This week’s BEACON Researchers at Work blog post is by University of Texas at Austin research scientist Dennis Wylie.
I’ve always been intrigued by the combination of seemingly incongruous things. As a child I loved stories about strange chimerical creatures composed of one part this animal, two parts that, and so on — not just for the fantastic nature of the imagery but also because I couldn’t stop asking myself questions like “how does the goat head feel when the lion head eats a goat?” As an adult I’ve therefore found it particularly interesting to be working in the field of computational biology: the goals and methods of one discipline often seem bizarre from the perspective of another, but sometimes the contrast helps to bring out something new and unexpected.
Since January I’ve worked at the Center for Computational Biology and Bioinformatics (CCBB) at the University of Texas as part of the bioinformatics consulting group. We work with faculty members across several departments pursuing a large variety of different projects which in one way or another involve large-scale data sets and complex computational analyses, largely (though certainly not exclusively) based around next-generation sequencing (NGS). In the few months since I have joined the group, I have worked on projects applying computational approaches for NGS variant calling, methylation profiling via bisulfite sequencing, RNA-Seq differential expression analysis, RIP-Seq analysis, and metagenomics, among other methods.
The project with which I have been most heavily involved here at UT is the ongoing study of the proteasome in Andreas Matouschek’s lab. While it has been well established for some time that the attachment of polyubiquitin chains to proteins targets them for degradation by the proteasome, some proteins are degraded with much less efficiency than others even when polyubiquitinated. Matouschek’s group has shown that the breakdown of polyubiquitinated proteins is accelerated by the presence of an unstructured region which can serve as an initiation site for the proteasome to begin the degradation process. Moreover, they have demonstrated through experiments varying the length and complexity of peptide tail sequences appended to fluorescent proteins that there are observable patterns in the types of peptides which serve as more or less effective initiation sites. The rich complexity of the space of relevant peptide structural features, combined with the increasingly large data sets the Matouschek lab is now generating, makes this a promising meeting ground for biophysical, computational, and statistical methodologies. In this context I am currently providing consultation applying algorithmic pattern recognition methods to help tease out in more detail which features determine proteasomal degradation efficiency.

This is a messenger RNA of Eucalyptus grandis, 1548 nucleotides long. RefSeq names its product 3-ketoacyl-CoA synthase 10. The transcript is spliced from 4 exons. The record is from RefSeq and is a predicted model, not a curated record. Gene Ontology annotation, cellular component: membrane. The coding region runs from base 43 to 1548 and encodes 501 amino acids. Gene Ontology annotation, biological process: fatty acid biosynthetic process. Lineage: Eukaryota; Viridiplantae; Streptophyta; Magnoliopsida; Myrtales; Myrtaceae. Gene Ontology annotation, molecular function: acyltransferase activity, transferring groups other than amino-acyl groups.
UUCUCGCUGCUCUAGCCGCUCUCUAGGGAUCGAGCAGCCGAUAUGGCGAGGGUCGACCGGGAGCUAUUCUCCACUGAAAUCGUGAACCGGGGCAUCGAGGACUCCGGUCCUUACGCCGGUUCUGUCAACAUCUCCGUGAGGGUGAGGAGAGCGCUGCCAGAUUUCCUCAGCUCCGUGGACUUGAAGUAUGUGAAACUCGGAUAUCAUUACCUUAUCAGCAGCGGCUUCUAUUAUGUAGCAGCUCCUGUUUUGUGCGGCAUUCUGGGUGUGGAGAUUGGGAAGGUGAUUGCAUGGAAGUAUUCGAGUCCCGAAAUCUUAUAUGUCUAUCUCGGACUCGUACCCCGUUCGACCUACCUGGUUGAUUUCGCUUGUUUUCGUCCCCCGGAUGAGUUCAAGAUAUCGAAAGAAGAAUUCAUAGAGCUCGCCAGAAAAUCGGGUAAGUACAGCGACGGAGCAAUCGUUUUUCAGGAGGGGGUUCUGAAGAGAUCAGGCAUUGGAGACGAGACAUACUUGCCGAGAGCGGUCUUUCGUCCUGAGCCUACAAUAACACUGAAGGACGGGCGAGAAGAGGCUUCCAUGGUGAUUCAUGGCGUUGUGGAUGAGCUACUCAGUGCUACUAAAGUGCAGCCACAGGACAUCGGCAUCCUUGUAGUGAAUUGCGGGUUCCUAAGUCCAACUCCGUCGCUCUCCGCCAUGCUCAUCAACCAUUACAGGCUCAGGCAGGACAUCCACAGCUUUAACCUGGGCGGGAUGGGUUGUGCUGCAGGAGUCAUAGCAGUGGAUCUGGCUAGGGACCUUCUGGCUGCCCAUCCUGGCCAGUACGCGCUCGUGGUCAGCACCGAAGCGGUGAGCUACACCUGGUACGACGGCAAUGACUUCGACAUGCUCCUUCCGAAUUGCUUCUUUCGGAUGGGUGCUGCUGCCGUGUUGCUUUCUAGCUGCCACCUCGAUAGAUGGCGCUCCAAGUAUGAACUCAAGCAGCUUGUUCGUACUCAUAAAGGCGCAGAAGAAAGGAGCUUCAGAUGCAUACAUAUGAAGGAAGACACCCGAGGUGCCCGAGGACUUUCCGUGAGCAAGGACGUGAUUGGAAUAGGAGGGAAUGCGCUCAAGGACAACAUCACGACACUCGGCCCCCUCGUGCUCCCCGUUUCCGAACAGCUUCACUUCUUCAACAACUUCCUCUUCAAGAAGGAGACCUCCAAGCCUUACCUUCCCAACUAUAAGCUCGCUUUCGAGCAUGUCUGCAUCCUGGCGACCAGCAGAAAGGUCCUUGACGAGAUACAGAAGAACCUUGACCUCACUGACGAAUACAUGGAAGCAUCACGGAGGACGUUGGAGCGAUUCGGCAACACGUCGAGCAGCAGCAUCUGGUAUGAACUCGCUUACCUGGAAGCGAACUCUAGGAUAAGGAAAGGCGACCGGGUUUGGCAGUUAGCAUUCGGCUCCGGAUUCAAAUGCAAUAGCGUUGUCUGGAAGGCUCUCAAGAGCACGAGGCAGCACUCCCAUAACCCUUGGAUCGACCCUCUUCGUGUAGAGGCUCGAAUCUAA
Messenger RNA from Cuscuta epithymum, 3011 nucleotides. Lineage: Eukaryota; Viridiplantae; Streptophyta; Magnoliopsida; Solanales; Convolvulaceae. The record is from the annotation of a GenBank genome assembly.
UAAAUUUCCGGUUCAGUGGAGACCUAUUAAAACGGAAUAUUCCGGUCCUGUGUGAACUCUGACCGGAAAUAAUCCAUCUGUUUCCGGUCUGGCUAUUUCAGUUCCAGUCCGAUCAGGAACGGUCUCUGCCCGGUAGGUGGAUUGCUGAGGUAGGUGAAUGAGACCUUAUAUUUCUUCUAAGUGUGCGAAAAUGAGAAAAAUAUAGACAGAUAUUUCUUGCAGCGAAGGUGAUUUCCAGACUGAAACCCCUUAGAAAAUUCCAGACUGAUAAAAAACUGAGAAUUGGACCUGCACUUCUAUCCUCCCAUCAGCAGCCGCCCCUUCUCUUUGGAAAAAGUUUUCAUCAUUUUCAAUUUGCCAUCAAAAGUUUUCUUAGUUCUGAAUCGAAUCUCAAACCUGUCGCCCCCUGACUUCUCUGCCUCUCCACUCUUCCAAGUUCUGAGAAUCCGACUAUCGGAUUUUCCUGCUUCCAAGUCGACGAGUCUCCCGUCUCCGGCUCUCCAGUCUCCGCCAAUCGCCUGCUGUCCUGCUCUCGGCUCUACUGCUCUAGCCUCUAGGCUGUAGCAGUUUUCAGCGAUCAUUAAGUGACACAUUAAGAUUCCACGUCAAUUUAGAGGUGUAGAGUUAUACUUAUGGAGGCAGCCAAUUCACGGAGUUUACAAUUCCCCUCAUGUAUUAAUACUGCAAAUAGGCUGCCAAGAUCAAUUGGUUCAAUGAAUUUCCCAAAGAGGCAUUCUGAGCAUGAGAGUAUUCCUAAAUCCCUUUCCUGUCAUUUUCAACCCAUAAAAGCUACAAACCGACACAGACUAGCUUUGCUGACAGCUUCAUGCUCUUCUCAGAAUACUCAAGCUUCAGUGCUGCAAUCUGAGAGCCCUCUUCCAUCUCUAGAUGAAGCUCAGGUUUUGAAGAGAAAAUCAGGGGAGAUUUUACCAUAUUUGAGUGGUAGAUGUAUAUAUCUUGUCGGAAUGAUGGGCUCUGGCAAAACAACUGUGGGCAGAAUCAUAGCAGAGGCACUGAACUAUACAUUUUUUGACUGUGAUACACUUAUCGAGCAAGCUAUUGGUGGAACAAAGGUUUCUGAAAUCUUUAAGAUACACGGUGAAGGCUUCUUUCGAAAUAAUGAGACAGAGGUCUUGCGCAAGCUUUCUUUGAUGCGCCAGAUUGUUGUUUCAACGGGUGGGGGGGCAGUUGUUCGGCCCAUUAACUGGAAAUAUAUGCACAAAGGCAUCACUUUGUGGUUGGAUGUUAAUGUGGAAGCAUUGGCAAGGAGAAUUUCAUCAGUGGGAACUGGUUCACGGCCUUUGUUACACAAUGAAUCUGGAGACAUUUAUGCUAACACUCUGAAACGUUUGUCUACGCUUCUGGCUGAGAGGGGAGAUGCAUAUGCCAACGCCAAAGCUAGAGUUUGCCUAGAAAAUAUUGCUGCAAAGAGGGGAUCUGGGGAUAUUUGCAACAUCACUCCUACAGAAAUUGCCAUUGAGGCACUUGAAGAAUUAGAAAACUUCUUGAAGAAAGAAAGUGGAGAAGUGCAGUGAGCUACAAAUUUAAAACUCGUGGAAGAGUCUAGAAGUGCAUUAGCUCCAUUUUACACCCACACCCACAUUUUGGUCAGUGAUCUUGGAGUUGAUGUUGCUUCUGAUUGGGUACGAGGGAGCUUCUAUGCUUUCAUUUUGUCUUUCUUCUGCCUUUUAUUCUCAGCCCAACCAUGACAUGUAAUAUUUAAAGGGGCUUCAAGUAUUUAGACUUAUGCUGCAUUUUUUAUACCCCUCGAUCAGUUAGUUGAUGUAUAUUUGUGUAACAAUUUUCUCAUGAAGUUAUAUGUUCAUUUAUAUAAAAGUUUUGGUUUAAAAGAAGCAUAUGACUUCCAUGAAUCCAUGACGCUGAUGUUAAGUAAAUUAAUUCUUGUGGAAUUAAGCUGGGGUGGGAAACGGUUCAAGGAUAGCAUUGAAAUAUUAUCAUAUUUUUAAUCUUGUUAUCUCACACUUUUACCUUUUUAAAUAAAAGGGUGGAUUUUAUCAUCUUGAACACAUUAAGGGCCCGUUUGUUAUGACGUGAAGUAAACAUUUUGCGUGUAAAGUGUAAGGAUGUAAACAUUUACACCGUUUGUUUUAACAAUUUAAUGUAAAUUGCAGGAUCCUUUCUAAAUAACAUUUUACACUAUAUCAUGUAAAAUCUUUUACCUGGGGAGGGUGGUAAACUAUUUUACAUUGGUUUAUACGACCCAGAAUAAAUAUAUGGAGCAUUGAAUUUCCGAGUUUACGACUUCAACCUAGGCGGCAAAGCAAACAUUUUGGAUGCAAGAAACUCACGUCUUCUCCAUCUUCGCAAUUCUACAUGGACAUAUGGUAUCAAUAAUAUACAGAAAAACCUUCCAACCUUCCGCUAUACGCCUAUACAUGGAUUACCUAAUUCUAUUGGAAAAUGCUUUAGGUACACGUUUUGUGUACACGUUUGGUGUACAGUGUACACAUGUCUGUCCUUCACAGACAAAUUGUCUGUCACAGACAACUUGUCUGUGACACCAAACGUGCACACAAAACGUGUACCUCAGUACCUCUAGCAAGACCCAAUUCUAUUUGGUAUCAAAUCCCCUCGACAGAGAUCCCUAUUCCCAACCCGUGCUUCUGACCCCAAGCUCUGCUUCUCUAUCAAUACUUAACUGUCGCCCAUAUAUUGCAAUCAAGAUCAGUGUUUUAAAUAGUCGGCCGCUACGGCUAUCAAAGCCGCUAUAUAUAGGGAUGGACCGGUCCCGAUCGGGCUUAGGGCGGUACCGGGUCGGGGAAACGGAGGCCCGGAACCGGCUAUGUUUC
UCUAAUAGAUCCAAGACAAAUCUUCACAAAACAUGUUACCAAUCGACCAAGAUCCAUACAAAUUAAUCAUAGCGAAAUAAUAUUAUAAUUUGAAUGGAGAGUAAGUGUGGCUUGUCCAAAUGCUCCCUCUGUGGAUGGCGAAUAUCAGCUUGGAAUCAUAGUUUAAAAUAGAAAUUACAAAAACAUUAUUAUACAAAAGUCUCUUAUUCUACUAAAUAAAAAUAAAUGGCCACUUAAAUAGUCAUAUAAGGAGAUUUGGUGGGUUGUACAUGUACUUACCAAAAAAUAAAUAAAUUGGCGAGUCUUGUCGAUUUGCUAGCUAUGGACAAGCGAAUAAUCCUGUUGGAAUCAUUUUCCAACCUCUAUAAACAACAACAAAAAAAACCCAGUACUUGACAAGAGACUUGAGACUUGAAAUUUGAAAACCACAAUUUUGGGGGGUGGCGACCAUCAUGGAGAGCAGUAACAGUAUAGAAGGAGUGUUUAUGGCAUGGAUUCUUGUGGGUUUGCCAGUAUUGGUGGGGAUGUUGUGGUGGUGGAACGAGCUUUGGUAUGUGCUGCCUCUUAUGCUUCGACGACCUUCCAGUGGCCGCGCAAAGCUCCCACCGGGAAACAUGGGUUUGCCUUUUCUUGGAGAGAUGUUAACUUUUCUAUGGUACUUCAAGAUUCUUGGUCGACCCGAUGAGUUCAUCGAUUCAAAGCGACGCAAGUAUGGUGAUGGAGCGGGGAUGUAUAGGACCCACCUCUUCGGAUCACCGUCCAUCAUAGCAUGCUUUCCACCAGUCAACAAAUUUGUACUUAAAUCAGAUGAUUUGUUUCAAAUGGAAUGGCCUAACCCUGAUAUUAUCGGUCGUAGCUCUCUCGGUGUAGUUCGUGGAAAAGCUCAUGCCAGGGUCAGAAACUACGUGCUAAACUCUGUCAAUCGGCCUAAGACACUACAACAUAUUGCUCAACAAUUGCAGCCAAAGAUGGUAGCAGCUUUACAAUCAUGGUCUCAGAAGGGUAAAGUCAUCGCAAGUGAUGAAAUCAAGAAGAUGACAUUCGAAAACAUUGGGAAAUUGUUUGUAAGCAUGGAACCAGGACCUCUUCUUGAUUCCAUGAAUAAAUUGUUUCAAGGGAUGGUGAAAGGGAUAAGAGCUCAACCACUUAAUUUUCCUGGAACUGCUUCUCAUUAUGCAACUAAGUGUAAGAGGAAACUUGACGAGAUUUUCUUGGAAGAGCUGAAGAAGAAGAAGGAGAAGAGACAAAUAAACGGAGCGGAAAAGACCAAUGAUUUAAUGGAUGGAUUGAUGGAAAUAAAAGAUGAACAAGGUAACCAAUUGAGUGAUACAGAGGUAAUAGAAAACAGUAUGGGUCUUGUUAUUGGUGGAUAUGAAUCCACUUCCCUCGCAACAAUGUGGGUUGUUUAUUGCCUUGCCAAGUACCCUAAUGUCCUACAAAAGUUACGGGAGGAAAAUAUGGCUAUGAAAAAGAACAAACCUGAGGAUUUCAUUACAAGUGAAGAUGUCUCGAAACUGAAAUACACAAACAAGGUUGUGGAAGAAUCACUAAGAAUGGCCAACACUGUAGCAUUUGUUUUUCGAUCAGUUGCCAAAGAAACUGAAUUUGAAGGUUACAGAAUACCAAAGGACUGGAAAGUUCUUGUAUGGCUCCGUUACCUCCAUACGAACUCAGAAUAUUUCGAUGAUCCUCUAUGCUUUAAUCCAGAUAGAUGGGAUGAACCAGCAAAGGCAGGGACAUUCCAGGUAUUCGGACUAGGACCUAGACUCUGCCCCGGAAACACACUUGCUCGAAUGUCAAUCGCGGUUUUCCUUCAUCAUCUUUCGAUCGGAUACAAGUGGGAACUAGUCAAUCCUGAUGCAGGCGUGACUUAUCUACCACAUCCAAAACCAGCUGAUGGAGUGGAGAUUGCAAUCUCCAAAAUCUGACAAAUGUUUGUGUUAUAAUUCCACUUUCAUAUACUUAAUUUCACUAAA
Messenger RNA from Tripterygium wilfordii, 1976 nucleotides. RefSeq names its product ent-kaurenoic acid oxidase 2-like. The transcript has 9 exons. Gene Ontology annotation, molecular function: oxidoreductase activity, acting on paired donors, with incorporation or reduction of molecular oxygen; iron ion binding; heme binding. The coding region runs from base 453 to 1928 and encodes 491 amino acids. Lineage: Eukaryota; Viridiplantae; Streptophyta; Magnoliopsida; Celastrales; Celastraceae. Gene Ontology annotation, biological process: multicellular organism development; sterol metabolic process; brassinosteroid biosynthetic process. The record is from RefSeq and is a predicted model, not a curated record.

At the CCBB I also have the opportunity to teach the methods I help apply in various research projects to students, postdocs, and anyone else who might be interested. At the end of every May we offer a slate of courses composing our “Summer School for Big Data in Biology,” for which this year I put together a course in machine learning methods for gene expression analysis (based both on my experience at UT and my prior work as a bioinformatician in industry developing molecular diagnostic tests). In planning the syllabus, assembling examples, teaching the techniques, and discussing the many potential applications with students, I had plenty of time to contemplate the interplay of ideas (and, more prosaically, of different jargons) from biology, mathematics, computer science, and many other fields. For example, the idea of model overfitting (e.g., see contour plot of overfit SVM classification model), whether done by human or by machine, lurks in the background of pretty much every scientific field (though not always known by that name).
It is my hope that in providing both research consultation and educational services at the CCBB we are assisting in the ongoing synthesis of scientific theory such that future generations will more easily appreciate the harmonies between disciplines. Combinations that today seem bizarre chimeras may one day be appreciated as natural fauna inhabiting the scientific landscape.
For more information about Dennis’ work, you can contact him at denniswylie at austin dot utexas dot edu.